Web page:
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lichen@bookwyrm.social

Joined 1 year, 6 months ago

used to read a lot of books years ago, now my focus is kinda ruined but maybe this will help me a bit

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Ten Arguments for Deleting Your Social Media Accounts Right Now (2018, Holt & Company, Henry) 2 stars

Jaron Lanier, the world-famous Silicon Valley scientist-pioneer who first alerted us to the dangers of …

Disappointing and poorly defended

1 star

This was such a frustrating read because I agree with so many of the problems he identifies with social media, but I found his reasoning deeply flawed.

To the extent that this is a diatribe about how unpleasant social media is in his personal experience, I was mostly onboard, but the difference, I think, between a rant and a book is rigor.

His citations were mostly news articles and wikipedia entries, and he relies heavily on a superficial understanding of popular, flawed studies like the Stanford Prison Experiment. He makes bold, sweeping, and imprecise statements about the a number of things, particularly the nature of addiction and how addicts behave, without any backup or indication that he is speaking in any way besides entirely off the cuff.

I was disappointed as well in how stuck his reasoning is within the frame of capitalism and tech solutionism.

avatar for lichen@bookwyrm.social lichen@bookwyrm.social boosted
Ten Arguments for Deleting Your Social Media Accounts Right Now (2018, Holt & Company, Henry) 2 stars

Jaron Lanier, the world-famous Silicon Valley scientist-pioneer who first alerted us to the dangers of …

Disappointing and poorly defended

1 star

This was such a frustrating read because I agree with so many of the problems he identifies with social media, but I found his reasoning deeply flawed.

To the extent that this is a diatribe about how unpleasant social media is in his personal experience, I was mostly onboard, but the difference, I think, between a rant and a book is rigor.

His citations were mostly news articles and wikipedia entries, and he relies heavily on a superficial understanding of popular, flawed studies like the Stanford Prison Experiment. He makes bold, sweeping, and imprecise statements about the a number of things, particularly the nature of addiction and how addicts behave, without any backup or indication that he is speaking in any way besides entirely off the cuff.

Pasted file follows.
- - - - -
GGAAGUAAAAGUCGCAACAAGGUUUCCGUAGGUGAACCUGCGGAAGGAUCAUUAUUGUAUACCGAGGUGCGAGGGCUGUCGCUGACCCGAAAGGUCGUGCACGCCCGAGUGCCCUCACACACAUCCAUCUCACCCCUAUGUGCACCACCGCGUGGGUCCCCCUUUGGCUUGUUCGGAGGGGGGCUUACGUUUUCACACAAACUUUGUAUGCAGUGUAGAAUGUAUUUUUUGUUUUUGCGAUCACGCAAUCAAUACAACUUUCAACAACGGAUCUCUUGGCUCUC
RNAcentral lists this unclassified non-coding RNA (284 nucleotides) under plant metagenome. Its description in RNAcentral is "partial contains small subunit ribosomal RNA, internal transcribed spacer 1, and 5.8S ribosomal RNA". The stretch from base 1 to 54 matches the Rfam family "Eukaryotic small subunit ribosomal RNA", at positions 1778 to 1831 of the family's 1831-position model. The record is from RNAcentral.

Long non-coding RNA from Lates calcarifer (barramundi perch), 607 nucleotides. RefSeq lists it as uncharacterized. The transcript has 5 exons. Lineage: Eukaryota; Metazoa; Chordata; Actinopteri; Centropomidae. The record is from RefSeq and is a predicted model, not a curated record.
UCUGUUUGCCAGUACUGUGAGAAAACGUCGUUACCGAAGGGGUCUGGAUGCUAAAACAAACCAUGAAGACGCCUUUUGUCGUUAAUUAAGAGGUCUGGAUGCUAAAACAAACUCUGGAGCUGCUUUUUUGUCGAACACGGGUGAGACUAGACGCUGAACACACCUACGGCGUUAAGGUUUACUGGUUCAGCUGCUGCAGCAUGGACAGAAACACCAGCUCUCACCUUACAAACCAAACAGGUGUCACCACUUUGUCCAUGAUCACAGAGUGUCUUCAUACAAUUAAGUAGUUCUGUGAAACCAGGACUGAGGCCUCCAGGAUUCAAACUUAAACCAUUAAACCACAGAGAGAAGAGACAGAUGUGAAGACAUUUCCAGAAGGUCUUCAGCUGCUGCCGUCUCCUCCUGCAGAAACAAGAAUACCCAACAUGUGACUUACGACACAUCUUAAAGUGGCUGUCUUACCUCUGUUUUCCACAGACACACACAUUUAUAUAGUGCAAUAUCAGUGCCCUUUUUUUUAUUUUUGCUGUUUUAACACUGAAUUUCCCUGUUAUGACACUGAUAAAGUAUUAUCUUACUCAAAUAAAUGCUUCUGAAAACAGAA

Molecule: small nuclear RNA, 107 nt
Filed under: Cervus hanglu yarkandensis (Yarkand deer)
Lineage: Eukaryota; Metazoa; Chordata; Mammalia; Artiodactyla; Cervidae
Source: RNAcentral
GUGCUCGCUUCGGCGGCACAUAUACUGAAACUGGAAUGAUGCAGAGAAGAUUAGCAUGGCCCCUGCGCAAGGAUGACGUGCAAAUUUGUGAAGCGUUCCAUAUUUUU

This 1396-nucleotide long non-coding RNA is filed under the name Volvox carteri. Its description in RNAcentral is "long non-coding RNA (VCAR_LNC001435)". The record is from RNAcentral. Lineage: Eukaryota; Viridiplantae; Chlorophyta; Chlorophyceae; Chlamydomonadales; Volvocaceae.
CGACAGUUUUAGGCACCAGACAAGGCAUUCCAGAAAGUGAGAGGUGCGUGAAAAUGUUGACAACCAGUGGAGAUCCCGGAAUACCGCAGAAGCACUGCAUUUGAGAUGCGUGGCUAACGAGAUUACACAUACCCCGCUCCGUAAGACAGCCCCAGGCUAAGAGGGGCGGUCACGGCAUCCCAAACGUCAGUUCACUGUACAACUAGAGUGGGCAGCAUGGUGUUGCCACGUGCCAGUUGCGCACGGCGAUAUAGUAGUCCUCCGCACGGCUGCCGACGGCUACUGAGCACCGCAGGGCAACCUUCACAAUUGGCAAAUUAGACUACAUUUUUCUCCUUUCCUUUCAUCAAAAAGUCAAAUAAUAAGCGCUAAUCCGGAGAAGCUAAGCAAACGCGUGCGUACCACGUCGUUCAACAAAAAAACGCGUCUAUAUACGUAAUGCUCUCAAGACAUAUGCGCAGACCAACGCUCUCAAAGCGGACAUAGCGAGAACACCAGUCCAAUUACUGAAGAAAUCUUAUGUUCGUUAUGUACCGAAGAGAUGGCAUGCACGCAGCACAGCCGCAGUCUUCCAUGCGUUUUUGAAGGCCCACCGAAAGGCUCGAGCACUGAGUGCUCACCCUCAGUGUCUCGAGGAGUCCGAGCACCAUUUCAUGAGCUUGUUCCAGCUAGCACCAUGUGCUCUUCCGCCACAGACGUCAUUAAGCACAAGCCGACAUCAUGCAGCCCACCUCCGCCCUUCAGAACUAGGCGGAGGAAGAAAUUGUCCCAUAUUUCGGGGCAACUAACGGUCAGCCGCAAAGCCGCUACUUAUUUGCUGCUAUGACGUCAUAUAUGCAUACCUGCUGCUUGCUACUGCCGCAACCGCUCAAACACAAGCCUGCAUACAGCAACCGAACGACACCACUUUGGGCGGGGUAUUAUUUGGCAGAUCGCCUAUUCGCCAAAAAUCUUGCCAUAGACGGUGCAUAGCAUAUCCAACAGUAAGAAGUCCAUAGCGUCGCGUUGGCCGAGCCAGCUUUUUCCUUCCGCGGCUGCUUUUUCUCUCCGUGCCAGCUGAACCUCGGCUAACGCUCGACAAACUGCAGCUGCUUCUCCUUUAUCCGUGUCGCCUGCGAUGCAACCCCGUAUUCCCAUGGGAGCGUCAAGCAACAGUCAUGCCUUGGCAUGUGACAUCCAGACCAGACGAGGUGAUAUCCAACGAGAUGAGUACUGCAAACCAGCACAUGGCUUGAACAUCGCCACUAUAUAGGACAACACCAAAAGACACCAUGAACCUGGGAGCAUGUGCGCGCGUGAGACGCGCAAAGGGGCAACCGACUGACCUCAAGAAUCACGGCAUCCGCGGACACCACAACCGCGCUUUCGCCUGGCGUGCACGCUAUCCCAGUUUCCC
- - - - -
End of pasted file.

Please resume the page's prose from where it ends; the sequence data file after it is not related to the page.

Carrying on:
I was disappointed as well in how stuck his reasoning is within the frame of capitalism and tech solutionism.

Atlas of AI (Hardcover, 2021, Yale University Press) 5 stars

The hidden costs of artificial intelligence, from natural resources and labor to privacy, equality, and …

We see how contemporary systems use labels to predict human identity, commonly using binary gender, essentialized racial categories, and problematic assessments of character and credit worthiness. A sign will stand in for a system, a proxy will stand for the real, and a toy model will be asked to substitute for the infinite complexity of human subjectivity. By looking at how classifications are made, we see how technical schemas enforce hierarchies and magnify in-equity. Machine learning presents us with a regime of normative reasoning that, when in the ascendant, takes shape as a powerful governing rationality.

Atlas of AI by 

Atlas of AI (Hardcover, 2021, Yale University Press) 5 stars

The hidden costs of artificial intelligence, from natural resources and labor to privacy, equality, and …

[...] in this book I argue that AI is neither artificial nor intelligent. Rather, artificial intelligence is both embodied and material, made from natural resources, fuel, human labor, infrastructures, logistics, histories, and classifications. AI systems are not autonomous, rational, or able to discern anything without extensive, computationally intensive training with large datasets or predefined rules and rewards. In fact, artificial intelligence as we know it depends entirely on a much wider set of political and social structures. And due to the capital required to build AI at scale and the ways of seeing that it optimizes AI systems are ultimately designed to serve existing dominant interests. In this sense, artificial intelligence is a registry of power.

Atlas of AI by